Ben Lindbergh, Travis Sawchik – The MVP Machine

Move over, Moneyball – a cutting-edge look at major league baseball’s next revolution: the high-tech quest to build better players.

As best-selling authors Ben Lindbergh and Travis Sawchik reveal in The MVP Machine, the Moneyball era is over. Fifteen years after Michael Lewis brought the Oakland Athletics’ groundbreaking team-building strategies to light, every front office takes a data-driven approach to evaluating players, and the league’s smarter teams no longer have a huge advantage in valuing past performance.

Lindbergh and Sawchik’s behind-the-scenes reporting reveals:

How the 2017 Astros and 2018 Red Sox used cutting-edge technology to win the World Series.

How undersized afterthoughts Jos Altuve and Mookie Betts became big sluggers and MVPs.

How polarizing pitcher Trevor Bauer made himself a Cy Young contender.

How new analytical tools have overturned traditional pitching and hitting techniques.

How a wave of young talent is making MLB both better than ever and arguably worse to watch.

Instead of out-drafting, out-signing, and out-trading their rivals, baseball’s best minds have turned to out-developing opponents, gaining greater edges than ever by perfecting prospects and eking extra runs out of older athletes who were once written off. Lindbergh and Sawchik take us inside the transformation of former fringe hitters into home-run kings, show how washed-up pitchers have emerged as aces, and document how coaching and scouting are being turned upside down. The MVP Machine charts the future of a sport and offers a lesson that goes beyond baseball: Success stems not from focusing on finished products, but from making the most of untapped potential.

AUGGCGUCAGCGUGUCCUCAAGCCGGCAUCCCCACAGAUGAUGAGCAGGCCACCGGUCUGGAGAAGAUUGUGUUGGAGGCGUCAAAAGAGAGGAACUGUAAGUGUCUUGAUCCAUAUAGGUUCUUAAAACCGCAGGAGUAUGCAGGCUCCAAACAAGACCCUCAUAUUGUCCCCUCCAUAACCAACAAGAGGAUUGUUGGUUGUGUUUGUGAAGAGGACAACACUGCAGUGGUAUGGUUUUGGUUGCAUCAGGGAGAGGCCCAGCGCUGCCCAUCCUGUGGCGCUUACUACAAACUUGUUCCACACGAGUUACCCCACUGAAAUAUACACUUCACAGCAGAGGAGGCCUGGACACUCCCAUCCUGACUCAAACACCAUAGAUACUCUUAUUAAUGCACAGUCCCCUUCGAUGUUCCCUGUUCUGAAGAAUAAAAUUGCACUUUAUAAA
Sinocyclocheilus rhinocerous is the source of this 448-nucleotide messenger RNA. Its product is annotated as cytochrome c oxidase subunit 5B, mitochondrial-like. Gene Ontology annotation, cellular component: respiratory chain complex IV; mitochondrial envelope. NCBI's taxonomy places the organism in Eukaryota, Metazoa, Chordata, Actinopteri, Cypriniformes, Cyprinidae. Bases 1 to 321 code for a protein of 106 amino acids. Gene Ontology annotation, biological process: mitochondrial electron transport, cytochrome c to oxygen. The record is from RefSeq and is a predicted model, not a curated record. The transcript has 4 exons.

PLEASE NOTE: When you purchase this title, the accompanying PDF will be available in your Audible Library along with the audio.

Author: Ben Lindbergh, Travis Sawchik
Narrator: Josh Hurley
Duration: 14 hours 50 minutes
Released: 19 Apr 2006
Publisher: Hachette Audio
Language: English

User Review:

command flashy

As the title says, this is a great book.

The narrator is horrible. He clearly has no grasp of the content hes reading. He routinely demonstrates his baseball illiteracy throughout the book.

Sometimes, you have to know a bit about the game and how people communicate game data to be able to read it correctly off the page in a manner consistent with normal conversation.

I dont know who picks narrators, but Id say this choice is a swing and a miss.

In case the Narrator is reading this, swing and a miss is a metaphor referencing the game of baseball, an American sport where strong gentlemen swing sticks at balls.